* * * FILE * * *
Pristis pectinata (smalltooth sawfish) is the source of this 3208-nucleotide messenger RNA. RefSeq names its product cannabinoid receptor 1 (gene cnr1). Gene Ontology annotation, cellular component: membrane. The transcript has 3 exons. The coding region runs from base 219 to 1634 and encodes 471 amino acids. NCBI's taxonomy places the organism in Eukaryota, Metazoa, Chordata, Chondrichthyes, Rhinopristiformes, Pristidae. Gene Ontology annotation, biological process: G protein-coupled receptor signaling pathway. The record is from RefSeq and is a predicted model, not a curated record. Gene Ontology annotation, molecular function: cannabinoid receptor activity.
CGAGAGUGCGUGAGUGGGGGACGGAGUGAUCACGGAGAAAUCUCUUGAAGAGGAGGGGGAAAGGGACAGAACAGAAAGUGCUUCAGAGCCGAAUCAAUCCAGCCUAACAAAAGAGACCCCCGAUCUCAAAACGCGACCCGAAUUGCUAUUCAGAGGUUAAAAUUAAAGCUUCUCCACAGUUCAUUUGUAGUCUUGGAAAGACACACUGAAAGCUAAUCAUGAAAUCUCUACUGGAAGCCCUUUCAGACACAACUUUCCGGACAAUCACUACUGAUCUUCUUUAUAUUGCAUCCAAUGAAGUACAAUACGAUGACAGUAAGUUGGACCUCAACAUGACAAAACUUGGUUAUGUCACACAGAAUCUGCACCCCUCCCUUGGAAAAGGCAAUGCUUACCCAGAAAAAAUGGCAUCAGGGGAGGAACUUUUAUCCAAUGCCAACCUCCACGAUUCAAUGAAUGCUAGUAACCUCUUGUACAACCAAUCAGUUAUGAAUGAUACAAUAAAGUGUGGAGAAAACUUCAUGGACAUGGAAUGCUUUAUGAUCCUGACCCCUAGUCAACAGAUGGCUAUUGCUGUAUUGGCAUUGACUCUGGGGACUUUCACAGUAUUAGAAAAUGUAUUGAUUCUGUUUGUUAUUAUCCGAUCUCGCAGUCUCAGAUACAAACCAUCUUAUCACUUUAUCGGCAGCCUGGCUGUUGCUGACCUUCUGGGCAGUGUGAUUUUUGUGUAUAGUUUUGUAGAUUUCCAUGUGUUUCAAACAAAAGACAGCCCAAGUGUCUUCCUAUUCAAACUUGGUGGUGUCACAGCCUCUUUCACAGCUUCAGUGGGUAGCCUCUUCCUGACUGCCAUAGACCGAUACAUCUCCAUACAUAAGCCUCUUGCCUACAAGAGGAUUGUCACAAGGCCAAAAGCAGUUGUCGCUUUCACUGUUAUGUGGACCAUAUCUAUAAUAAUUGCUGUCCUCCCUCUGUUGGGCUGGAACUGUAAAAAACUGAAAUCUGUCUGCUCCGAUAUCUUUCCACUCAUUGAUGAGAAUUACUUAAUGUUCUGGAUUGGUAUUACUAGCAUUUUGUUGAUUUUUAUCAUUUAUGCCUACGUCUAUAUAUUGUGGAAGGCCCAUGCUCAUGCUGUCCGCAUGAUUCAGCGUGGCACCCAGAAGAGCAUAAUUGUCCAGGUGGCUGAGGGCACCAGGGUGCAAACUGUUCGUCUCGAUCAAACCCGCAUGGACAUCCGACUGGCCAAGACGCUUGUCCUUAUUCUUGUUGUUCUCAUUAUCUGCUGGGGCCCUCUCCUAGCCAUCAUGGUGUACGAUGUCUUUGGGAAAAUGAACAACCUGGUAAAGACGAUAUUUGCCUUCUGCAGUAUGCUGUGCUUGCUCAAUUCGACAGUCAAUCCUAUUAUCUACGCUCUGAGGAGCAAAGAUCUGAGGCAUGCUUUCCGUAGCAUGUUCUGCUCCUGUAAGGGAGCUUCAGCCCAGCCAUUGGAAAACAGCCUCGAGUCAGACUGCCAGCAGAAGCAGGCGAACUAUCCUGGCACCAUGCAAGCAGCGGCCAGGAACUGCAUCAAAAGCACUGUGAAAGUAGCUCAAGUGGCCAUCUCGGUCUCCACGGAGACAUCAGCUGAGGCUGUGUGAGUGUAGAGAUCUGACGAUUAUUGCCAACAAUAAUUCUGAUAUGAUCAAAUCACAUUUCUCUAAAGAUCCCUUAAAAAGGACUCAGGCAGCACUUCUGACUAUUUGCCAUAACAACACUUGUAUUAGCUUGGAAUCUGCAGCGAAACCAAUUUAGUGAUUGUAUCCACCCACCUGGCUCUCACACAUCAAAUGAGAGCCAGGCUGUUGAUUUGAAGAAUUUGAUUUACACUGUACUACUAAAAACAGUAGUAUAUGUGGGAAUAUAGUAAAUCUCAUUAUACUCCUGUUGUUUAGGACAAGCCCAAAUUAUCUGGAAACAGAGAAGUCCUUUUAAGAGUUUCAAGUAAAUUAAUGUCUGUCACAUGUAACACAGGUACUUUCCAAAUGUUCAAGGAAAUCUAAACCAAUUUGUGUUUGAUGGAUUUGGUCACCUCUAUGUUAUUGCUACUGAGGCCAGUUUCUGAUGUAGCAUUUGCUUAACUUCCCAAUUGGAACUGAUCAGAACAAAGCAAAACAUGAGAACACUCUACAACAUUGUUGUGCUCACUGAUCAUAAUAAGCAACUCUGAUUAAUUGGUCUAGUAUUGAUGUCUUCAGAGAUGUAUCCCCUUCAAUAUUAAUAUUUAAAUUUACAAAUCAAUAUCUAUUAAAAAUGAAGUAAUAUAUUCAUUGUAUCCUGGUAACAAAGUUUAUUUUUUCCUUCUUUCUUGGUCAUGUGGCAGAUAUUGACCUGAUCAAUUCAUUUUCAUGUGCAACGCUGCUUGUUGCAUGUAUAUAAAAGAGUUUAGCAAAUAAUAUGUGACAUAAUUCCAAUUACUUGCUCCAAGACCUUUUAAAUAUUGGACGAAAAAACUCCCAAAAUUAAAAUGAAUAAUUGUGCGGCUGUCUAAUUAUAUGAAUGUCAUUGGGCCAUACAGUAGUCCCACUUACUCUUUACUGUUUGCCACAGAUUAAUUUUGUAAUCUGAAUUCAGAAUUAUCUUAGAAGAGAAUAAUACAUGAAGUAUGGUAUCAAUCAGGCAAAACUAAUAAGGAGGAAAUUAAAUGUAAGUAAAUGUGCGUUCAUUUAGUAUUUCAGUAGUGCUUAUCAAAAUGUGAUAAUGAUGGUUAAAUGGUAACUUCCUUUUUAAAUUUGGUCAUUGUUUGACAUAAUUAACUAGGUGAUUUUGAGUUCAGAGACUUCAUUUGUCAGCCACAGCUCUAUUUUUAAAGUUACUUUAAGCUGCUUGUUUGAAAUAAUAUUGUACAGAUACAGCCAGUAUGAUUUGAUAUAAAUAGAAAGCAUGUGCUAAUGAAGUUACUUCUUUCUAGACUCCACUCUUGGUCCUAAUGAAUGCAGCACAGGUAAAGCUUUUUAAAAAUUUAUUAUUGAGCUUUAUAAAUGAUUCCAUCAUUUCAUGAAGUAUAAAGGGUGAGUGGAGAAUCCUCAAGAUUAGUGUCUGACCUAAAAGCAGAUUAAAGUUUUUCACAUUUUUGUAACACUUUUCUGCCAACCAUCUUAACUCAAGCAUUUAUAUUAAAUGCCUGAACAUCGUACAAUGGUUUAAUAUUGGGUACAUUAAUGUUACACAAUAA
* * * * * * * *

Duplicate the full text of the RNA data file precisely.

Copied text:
Pristis pectinata (smalltooth sawfish) is the source of this 3208-nucleotide messenger RNA. RefSeq names its product cannabinoid receptor 1 (gene cnr1). Gene Ontology annotation, cellular component: membrane. The transcript has 3 exons. The coding region runs from base 219 to 1634 and encodes 471 amino acids. NCBI's taxonomy places the organism in Eukaryota, Metazoa, Chordata, Chondrichthyes, Rhinopristiformes, Pristidae. Gene Ontology annotation, biological process: G protein-coupled receptor signaling pathway. The record is from RefSeq and is a predicted model, not a curated record. Gene Ontology annotation, molecular function: cannabinoid receptor activity.
CGAGAGUGCGUGAGUGGGGGACGGAGUGAUCACGGAGAAAUCUCUUGAAGAGGAGGGGGAAAGGGACAGAACAGAAAGUGCUUCAGAGCCGAAUCAAUCCAGCCUAACAAAAGAGACCCCCGAUCUCAAAACGCGACCCGAAUUGCUAUUCAGAGGUUAAAAUUAAAGCUUCUCCACAGUUCAUUUGUAGUCUUGGAAAGACACACUGAAAGCUAAUCAUGAAAUCUCUACUGGAAGCCCUUUCAGACACAACUUUCCGGACAAUCACUACUGAUCUUCUUUAUAUUGCAUCCAAUGAAGUACAAUACGAUGACAGUAAGUUGGACCUCAACAUGACAAAACUUGGUUAUGUCACACAGAAUCUGCACCCCUCCCUUGGAAAAGGCAAUGCUUACCCAGAAAAAAUGGCAUCAGGGGAGGAACUUUUAUCCAAUGCCAACCUCCACGAUUCAAUGAAUGCUAGUAACCUCUUGUACAACCAAUCAGUUAUGAAUGAUACAAUAAAGUGUGGAGAAAACUUCAUGGACAUGGAAUGCUUUAUGAUCCUGACCCCUAGUCAACAGAUGGCUAUUGCUGUAUUGGCAUUGACUCUGGGGACUUUCACAGUAUUAGAAAAUGUAUUGAUUCUGUUUGUUAUUAUCCGAUCUCGCAGUCUCAGAUACAAACCAUCUUAUCACUUUAUCGGCAGCCUGGCUGUUGCUGACCUUCUGGGCAGUGUGAUUUUUGUGUAUAGUUUUGUAGAUUUCCAUGUGUUUCAAACAAAAGACAGCCCAAGUGUCUUCCUAUUCAAACUUGGUGGUGUCACAGCCUCUUUCACAGCUUCAGUGGGUAGCCUCUUCCUGACUGCCAUAGACCGAUACAUCUCCAUACAUAAGCCUCUUGCCUACAAGAGGAUUGUCACAAGGCCAAAAGCAGUUGUCGCUUUCACUGUUAUGUGGACCAUAUCUAUAAUAAUUGCUGUCCUCCCUCUGUUGGGCUGGAACUGUAAAAAACUGAAAUCUGUCUGCUCCGAUAUCUUUCCACUCAUUGAUGAGAAUUACUUAAUGUUCUGGAUUGGUAUUACUAGCAUUUUGUUGAUUUUUAUCAUUUAUGCCUACGUCUAUAUAUUGUGGAAGGCCCAUGCUCAUGCUGUCCGCAUGAUUCAGCGUGGCACCCAGAAGAGCAUAAUUGUCCAGGUGGCUGAGGGCACCAGGGUGCAAACUGUUCGUCUCGAUCAAACCCGCAUGGACAUCCGACUGGCCAAGACGCUUGUCCUUAUUCUUGUUGUUCUCAUUAUCUGCUGGGGCCCUCUCCUAGCCAUCAUGGUGUACGAUGUCUUUGGGAAAAUGAACAACCUGGUAAAGACGAUAUUUGCCUUCUGCAGUAUGCUGUGCUUGCUCAAUUCGACAGUCAAUCCUAUUAUCUACGCUCUGAGGAGCAAAGAUCUGAGGCAUGCUUUCCGUAGCAUGUUCUGCUCCUGUAAGGGAGCUUCAGCCCAGCCAUUGGAAAACAGCCUCGAGUCAGACUGCCAGCAGAAGCAGGCGAACUAUCCUGGCACCAUGCAAGCAGCGGCCAGGAACUGCAUCAAAAGCACUGUGAAAGUAGCUCAAGUGGCCAUCUCGGUCUCCACGGAGACAUCAGCUGAGGCUGUGUGAGUGUAGAGAUCUGACGAUUAUUGCCAACAAUAAUUCUGAUAUGAUCAAAUCACAUUUCUCUAAAGAUCCCUUAAAAAGGACUCAGGCAGCACUUCUGACUAUUUGCCAUAACAACACUUGUAUUAGCUUGGAAUCUGCAGCGAAACCAAUUUAGUGAUUGUAUCCACCCACCUGGCUCUCACACAUCAAAUGAGAGCCAGGCUGUUGAUUUGAAGAAUUUGAUUUACACUGUACUACUAAAAACAGUAGUAUAUGUGGGAAUAUAGUAAAUCUCAUUAUACUCCUGUUGUUUAGGACAAGCCCAAAUUAUCUGGAAACAGAGAAGUCCUUUUAAGAGUUUCAAGUAAAUUAAUGUCUGUCACAUGUAACACAGGUACUUUCCAAAUGUUCAAGGAAAUCUAAACCAAUUUGUGUUUGAUGGAUUUGGUCACCUCUAUGUUAUUGCUACUGAGGCCAGUUUCUGAUGUAGCAUUUGCUUAACUUCCCAAUUGGAACUGAUCAGAACAAAGCAAAACAUGAGAACACUCUACAACAUUGUUGUGCUCACUGAUCAUAAUAAGCAACUCUGAUUAAUUGGUCUAGUAUUGAUGUCUUCAGAGAUGUAUCCCCUUCAAUAUUAAUAUUUAAAUUUACAAAUCAAUAUCUAUUAAAAAUGAAGUAAUAUAUUCAUUGUAUCCUGGUAACAAAGUUUAUUUUUUCCUUCUUUCUUGGUCAUGUGGCAGAUAUUGACCUGAUCAAUUCAUUUUCAUGUGCAACGCUGCUUGUUGCAUGUAUAUAAAAGAGUUUAGCAAAUAAUAUGUGACAUAAUUCCAAUUACUUGCUCCAAGACCUUUUAAAUAUUGGACGAAAAAACUCCCAAAAUUAAAAUGAAUAAUUGUGCGGCUGUCUAAUUAUAUGAAUGUCAUUGGGCCAUACAGUAGUCCCACUUACUCUUUACUGUUUGCCACAGAUUAAUUUUGUAAUCUGAAUUCAGAAUUAUCUUAGAAGAGAAUAAUACAUGAAGUAUGGUAUCAAUCAGGCAAAACUAAUAAGGAGGAAAUUAAAUGUAAGUAAAUGUGCGUUCAUUUAGUAUUUCAGUAGUGCUUAUCAAAAUGUGAUAAUGAUGGUUAAAUGGUAACUUCCUUUUUAAAUUUGGUCAUUGUUUGACAUAAUUAACUAGGUGAUUUUGAGUUCAGAGACUUCAUUUGUCAGCCACAGCUCUAUUUUUAAAGUUACUUUAAGCUGCUUGUUUGAAAUAAUAUUGUACAGAUACAGCCAGUAUGAUUUGAUAUAAAUAGAAAGCAUGUGCUAAUGAAGUUACUUCUUUCUAGACUCCACUCUUGGUCCUAAUGAAUGCAGCACAGGUAAAGCUUUUUAAAAAUUUAUUAUUGAGCUUUAUAAAUGAUUCCAUCAUUUCAUGAAGUAUAAAGGGUGAGUGGAGAAUCCUCAAGAUUAGUGUCUGACCUAAAAGCAGAUUAAAGUUUUUCACAUUUUUGUAACACUUUUCUGCCAACCAUCUUAACUCAAGCAUUUAUAUUAAAUGCCUGAACAUCGUACAAUGGUUUAAUAUUGGGUACAUUAAUGUUACACAAUAA